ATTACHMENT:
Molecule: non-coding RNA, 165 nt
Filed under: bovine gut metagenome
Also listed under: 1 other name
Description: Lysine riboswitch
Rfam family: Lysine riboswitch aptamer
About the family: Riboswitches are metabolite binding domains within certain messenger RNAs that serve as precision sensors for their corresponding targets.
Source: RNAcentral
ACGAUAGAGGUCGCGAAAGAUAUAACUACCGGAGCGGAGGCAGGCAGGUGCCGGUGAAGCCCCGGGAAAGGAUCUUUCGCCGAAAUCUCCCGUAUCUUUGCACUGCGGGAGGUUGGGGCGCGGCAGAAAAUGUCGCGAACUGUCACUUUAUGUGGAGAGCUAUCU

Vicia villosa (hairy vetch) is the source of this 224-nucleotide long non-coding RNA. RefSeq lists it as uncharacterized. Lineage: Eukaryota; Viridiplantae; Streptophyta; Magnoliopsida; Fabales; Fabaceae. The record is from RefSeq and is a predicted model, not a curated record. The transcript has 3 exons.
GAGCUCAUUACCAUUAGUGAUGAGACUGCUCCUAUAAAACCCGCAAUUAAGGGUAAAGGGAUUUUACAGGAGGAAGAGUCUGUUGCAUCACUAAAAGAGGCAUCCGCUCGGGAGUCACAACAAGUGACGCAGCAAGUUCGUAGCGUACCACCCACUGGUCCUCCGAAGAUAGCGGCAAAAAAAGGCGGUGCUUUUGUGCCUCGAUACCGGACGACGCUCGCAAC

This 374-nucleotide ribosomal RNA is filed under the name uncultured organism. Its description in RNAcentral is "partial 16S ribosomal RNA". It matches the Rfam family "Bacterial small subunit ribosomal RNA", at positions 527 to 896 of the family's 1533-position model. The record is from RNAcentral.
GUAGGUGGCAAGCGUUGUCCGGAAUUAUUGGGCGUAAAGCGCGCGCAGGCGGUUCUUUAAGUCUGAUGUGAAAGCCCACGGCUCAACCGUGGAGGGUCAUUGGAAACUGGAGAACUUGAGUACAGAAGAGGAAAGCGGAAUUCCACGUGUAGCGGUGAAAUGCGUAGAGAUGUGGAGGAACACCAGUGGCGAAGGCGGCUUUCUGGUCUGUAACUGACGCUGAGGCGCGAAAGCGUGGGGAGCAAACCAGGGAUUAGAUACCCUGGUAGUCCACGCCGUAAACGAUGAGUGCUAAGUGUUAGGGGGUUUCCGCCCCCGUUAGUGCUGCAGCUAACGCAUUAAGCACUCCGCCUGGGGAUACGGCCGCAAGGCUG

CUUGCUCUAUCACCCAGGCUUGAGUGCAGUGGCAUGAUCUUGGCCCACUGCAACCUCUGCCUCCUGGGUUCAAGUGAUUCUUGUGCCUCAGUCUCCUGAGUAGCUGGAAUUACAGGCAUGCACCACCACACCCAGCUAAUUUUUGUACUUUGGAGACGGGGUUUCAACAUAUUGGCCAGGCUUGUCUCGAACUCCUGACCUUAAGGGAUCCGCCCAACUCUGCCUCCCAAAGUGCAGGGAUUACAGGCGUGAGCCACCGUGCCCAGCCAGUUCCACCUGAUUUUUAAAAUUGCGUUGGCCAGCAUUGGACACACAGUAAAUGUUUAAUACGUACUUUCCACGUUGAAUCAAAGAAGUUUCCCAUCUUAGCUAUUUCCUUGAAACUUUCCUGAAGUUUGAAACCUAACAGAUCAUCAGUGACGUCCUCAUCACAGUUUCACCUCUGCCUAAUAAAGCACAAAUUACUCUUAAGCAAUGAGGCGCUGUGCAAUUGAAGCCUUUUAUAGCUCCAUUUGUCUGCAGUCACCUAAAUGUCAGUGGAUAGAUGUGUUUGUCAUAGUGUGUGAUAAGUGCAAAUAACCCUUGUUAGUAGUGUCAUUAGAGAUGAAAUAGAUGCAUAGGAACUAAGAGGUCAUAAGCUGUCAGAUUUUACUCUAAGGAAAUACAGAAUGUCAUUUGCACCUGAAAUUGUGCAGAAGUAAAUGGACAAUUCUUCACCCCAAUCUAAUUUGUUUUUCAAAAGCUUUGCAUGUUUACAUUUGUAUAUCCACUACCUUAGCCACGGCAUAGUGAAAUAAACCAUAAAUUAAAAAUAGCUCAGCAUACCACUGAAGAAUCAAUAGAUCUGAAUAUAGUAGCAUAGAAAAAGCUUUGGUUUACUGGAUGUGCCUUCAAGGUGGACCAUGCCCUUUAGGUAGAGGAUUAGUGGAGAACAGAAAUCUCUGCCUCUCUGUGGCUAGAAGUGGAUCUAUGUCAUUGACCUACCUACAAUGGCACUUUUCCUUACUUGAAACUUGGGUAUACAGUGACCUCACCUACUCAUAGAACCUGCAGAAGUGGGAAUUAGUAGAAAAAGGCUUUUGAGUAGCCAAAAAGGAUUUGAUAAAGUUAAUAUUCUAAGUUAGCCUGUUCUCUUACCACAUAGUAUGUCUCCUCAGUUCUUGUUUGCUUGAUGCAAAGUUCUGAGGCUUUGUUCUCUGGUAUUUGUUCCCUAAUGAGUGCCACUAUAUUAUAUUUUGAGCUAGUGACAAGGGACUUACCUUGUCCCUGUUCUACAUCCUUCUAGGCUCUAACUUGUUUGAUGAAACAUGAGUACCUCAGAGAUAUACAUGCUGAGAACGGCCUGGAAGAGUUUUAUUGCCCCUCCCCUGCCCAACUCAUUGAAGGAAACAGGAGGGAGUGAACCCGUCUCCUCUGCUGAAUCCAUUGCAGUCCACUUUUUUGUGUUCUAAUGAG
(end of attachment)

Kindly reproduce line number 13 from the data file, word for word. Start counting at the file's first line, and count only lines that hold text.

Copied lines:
CUUGCUCUAUCACCCAGGCUUGAGUGCAGUGGCAUGAUCUUGGCCCACUGCAACCUCUGCCUCCUGGGUUCAAGUGAUUCUUGUGCCUCAGUCUCCUGAGUAGCUGGAAUUACAGGCAUGCACCACCACACCCAGCUAAUUUUUGUACUUUGGAGACGGGGUUUCAACAUAUUGGCCAGGCUUGUCUCGAACUCCUGACCUUAAGGGAUCCGCCCAACUCUGCCUCCCAAAGUGCAGGGAUUACAGGCGUGAGCCACCGUGCCCAGCCAGUUCCACCUGAUUUUUAAAAUUGCGUUGGCCAGCAUUGGACACACAGUAAAUGUUUAAUACGUACUUUCCACGUUGAAUCAAAGAAGUUUCCCAUCUUAGCUAUUUCCUUGAAACUUUCCUGAAGUUUGAAACCUAACAGAUCAUCAGUGACGUCCUCAUCACAGUUUCACCUCUGCCUAAUAAAGCACAAAUUACUCUUAAGCAAUGAGGCGCUGUGCAAUUGAAGCCUUUUAUAGCUCCAUUUGUCUGCAGUCACCUAAAUGUCAGUGGAUAGAUGUGUUUGUCAUAGUGUGUGAUAAGUGCAAAUAACCCUUGUUAGUAGUGUCAUUAGAGAUGAAAUAGAUGCAUAGGAACUAAGAGGUCAUAAGCUGUCAGAUUUUACUCUAAGGAAAUACAGAAUGUCAUUUGCACCUGAAAUUGUGCAGAAGUAAAUGGACAAUUCUUCACCCCAAUCUAAUUUGUUUUUCAAAAGCUUUGCAUGUUUACAUUUGUAUAUCCACUACCUUAGCCACGGCAUAGUGAAAUAAACCAUAAAUUAAAAAUAGCUCAGCAUACCACUGAAGAAUCAAUAGAUCUGAAUAUAGUAGCAUAGAAAAAGCUUUGGUUUACUGGAUGUGCCUUCAAGGUGGACCAUGCCCUUUAGGUAGAGGAUUAGUGGAGAACAGAAAUCUCUGCCUCUCUGUGGCUAGAAGUGGAUCUAUGUCAUUGACCUACCUACAAUGGCACUUUUCCUUACUUGAAACUUGGGUAUACAGUGACCUCACCUACUCAUAGAACCUGCAGAAGUGGGAAUUAGUAGAAAAAGGCUUUUGAGUAGCCAAAAAGGAUUUGAUAAAGUUAAUAUUCUAAGUUAGCCUGUUCUCUUACCACAUAGUAUGUCUCCUCAGUUCUUGUUUGCUUGAUGCAAAGUUCUGAGGCUUUGUUCUCUGGUAUUUGUUCCCUAAUGAGUGCCACUAUAUUAUAUUUUGAGCUAGUGACAAGGGACUUACCUUGUCCCUGUUCUACAUCCUUCUAGGCUCUAACUUGUUUGAUGAAACAUGAGUACCUCAGAGAUAUACAUGCUGAGAACGGCCUGGAAGAGUUUUAUUGCCCCUCCCCUGCCCAACUCAUUGAAGGAAACAGGAGGGAGUGAACCCGUCUCCUCUGCUGAAUCCAUUGCAGUCCACUUUUUUGUGUUCUAAUGAG